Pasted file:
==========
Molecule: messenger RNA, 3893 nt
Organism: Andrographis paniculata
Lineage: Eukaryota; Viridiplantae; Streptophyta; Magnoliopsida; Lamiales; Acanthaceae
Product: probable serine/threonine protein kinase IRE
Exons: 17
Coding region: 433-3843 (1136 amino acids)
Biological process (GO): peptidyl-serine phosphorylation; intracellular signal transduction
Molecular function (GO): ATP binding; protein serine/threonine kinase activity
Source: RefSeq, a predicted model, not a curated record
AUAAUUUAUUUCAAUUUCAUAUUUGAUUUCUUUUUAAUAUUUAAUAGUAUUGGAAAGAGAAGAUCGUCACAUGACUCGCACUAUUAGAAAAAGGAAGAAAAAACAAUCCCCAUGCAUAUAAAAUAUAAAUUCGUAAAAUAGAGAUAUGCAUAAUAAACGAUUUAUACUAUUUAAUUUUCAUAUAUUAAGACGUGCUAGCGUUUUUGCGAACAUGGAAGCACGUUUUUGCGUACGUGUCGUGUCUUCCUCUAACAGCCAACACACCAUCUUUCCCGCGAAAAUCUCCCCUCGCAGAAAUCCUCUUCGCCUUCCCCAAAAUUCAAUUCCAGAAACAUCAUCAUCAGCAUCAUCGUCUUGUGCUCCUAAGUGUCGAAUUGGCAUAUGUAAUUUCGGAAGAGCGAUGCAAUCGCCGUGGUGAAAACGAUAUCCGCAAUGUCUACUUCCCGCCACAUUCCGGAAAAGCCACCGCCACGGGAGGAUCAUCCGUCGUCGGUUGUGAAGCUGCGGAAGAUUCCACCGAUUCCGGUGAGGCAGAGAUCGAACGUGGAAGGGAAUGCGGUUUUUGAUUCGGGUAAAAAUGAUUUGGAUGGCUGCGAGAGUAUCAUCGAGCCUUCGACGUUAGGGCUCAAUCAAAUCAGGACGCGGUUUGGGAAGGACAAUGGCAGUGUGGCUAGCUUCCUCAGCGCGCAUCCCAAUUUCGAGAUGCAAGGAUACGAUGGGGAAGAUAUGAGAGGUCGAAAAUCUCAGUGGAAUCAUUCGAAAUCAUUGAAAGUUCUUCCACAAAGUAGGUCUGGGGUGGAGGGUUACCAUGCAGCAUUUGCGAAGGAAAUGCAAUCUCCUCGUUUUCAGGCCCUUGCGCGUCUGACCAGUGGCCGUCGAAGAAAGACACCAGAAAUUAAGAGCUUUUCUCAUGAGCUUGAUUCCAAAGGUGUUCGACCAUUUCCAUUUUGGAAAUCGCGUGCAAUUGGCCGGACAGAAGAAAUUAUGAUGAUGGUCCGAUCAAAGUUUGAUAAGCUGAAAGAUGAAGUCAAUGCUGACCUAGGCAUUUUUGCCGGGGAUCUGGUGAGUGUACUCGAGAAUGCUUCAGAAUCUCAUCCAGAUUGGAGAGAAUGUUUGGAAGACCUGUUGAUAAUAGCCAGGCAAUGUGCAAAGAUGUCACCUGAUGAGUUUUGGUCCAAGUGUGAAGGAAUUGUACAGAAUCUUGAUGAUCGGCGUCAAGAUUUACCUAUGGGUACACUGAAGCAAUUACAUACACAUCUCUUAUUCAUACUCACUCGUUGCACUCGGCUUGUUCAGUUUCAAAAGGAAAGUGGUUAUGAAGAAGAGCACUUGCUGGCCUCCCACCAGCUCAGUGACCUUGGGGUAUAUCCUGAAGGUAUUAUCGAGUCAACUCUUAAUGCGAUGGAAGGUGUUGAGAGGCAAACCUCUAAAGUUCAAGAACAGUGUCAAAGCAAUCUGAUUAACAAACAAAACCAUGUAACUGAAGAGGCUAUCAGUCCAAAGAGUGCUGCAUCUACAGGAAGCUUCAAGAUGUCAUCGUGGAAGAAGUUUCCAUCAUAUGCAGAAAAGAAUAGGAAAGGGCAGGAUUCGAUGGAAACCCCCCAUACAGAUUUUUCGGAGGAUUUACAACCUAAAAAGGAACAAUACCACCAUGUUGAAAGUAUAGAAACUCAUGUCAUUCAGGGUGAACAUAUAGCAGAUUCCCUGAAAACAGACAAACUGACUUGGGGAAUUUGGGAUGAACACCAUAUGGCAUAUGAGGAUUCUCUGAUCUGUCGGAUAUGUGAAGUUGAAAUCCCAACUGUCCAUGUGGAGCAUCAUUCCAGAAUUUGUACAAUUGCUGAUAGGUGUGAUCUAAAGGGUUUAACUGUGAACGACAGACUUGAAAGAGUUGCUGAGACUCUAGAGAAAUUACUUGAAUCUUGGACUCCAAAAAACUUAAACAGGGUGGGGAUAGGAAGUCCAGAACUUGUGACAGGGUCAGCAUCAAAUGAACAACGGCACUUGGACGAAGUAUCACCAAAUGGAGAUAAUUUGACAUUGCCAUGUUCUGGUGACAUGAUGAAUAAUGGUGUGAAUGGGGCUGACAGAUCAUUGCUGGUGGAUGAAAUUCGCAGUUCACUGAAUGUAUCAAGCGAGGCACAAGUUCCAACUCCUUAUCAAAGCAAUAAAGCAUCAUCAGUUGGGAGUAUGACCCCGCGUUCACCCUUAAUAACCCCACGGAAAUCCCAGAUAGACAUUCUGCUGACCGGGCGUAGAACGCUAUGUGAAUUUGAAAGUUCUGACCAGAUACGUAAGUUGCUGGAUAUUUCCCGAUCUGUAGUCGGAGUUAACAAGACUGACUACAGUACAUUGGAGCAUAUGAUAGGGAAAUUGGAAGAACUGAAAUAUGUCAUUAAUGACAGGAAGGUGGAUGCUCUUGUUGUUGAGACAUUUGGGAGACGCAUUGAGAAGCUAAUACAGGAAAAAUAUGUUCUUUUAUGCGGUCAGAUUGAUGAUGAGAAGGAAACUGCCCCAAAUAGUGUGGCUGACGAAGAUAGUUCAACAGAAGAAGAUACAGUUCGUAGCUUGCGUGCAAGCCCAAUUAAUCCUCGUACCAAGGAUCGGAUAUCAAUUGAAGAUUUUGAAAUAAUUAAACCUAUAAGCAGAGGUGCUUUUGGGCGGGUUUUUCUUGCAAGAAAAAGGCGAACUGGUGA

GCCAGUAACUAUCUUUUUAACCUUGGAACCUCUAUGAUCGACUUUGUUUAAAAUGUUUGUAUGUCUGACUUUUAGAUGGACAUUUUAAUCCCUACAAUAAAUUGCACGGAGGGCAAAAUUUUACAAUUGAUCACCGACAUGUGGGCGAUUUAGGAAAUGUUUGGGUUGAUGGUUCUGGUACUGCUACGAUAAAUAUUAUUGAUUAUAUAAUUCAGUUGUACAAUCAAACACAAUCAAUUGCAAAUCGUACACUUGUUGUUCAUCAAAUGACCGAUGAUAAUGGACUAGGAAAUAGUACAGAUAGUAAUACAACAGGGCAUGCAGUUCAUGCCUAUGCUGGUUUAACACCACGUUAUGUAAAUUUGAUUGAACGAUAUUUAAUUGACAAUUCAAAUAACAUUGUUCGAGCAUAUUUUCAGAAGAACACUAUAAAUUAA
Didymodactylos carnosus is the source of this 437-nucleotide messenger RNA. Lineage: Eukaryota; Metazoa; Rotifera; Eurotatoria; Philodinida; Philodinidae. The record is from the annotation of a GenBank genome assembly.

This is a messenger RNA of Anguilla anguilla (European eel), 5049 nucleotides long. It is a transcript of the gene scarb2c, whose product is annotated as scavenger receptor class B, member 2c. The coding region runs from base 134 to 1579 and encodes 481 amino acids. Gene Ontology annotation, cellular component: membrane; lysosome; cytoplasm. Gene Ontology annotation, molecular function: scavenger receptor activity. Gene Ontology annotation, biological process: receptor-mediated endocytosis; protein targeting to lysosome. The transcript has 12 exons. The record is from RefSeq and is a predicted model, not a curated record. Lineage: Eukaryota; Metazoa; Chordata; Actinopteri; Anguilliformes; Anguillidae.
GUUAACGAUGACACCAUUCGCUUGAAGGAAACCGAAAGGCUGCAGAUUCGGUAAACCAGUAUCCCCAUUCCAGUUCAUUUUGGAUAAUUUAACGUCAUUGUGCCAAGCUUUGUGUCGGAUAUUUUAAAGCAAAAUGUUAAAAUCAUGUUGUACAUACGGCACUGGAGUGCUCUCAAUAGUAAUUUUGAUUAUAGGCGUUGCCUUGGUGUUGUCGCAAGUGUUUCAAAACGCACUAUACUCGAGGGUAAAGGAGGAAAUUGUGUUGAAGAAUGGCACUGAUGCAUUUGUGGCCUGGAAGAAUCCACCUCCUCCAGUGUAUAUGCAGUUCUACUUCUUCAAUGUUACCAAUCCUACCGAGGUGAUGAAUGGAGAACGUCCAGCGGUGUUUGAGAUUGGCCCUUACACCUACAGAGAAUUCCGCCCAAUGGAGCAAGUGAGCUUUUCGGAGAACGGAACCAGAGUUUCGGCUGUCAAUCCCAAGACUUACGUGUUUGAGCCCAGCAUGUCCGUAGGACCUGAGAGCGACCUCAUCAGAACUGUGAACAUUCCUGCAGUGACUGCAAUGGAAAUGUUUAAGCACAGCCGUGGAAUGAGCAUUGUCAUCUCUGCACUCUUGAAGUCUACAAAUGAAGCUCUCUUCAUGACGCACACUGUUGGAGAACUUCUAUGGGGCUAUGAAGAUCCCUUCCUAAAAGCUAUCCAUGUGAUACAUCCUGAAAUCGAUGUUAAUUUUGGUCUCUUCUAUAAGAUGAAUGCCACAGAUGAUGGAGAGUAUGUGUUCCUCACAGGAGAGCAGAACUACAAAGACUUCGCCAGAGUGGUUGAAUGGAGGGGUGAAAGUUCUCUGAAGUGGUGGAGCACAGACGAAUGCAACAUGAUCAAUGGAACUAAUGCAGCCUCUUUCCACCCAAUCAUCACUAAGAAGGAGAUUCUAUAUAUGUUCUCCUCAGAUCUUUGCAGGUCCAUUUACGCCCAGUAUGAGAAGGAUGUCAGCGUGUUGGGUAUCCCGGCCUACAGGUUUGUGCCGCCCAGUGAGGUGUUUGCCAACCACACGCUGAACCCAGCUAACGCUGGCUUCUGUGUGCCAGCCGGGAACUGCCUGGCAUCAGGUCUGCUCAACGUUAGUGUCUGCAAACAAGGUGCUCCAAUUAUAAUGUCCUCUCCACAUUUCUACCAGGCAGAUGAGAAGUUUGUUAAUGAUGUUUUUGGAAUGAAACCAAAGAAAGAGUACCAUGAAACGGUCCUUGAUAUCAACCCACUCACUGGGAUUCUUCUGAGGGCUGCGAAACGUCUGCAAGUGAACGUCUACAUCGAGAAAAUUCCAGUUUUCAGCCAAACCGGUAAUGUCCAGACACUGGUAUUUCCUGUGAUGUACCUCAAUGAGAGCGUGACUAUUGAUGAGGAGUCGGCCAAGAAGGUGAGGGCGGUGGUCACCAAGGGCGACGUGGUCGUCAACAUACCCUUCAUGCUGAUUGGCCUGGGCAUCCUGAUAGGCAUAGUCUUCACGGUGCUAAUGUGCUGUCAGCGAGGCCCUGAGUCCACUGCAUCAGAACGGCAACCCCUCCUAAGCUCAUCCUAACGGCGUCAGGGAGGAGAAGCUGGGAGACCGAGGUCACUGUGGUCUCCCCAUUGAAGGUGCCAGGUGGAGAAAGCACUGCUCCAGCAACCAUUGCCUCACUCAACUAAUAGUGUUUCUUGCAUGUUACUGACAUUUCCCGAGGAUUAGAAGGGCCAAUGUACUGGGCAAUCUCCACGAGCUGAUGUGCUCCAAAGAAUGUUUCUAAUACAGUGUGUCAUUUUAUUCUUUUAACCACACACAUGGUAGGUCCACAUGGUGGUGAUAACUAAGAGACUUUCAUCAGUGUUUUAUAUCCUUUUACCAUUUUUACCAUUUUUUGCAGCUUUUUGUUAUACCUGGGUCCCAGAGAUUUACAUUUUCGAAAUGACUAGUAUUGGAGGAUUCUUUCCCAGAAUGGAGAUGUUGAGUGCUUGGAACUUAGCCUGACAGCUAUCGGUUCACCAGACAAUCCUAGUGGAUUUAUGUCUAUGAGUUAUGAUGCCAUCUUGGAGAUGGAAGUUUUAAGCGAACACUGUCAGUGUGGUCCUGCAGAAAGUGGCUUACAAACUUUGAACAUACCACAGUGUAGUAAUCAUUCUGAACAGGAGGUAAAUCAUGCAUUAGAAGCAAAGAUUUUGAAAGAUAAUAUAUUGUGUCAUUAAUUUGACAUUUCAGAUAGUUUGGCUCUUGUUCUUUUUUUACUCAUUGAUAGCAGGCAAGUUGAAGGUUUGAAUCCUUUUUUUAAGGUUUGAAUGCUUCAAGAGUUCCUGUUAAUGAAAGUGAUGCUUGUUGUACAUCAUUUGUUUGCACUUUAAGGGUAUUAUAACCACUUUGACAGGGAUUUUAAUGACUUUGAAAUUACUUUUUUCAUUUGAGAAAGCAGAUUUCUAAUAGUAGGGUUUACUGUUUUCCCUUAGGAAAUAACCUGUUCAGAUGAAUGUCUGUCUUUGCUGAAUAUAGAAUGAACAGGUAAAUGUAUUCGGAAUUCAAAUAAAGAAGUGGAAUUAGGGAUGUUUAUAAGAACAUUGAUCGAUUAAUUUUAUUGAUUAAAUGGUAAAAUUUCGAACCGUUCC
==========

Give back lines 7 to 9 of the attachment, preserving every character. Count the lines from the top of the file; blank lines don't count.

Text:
Biological process (GO): peptidyl-serine phosphorylation; intracellular signal transduction
Molecular function (GO): ATP binding; protein serine/threonine kinase activity
Source: RefSeq, a predicted model, not a curated record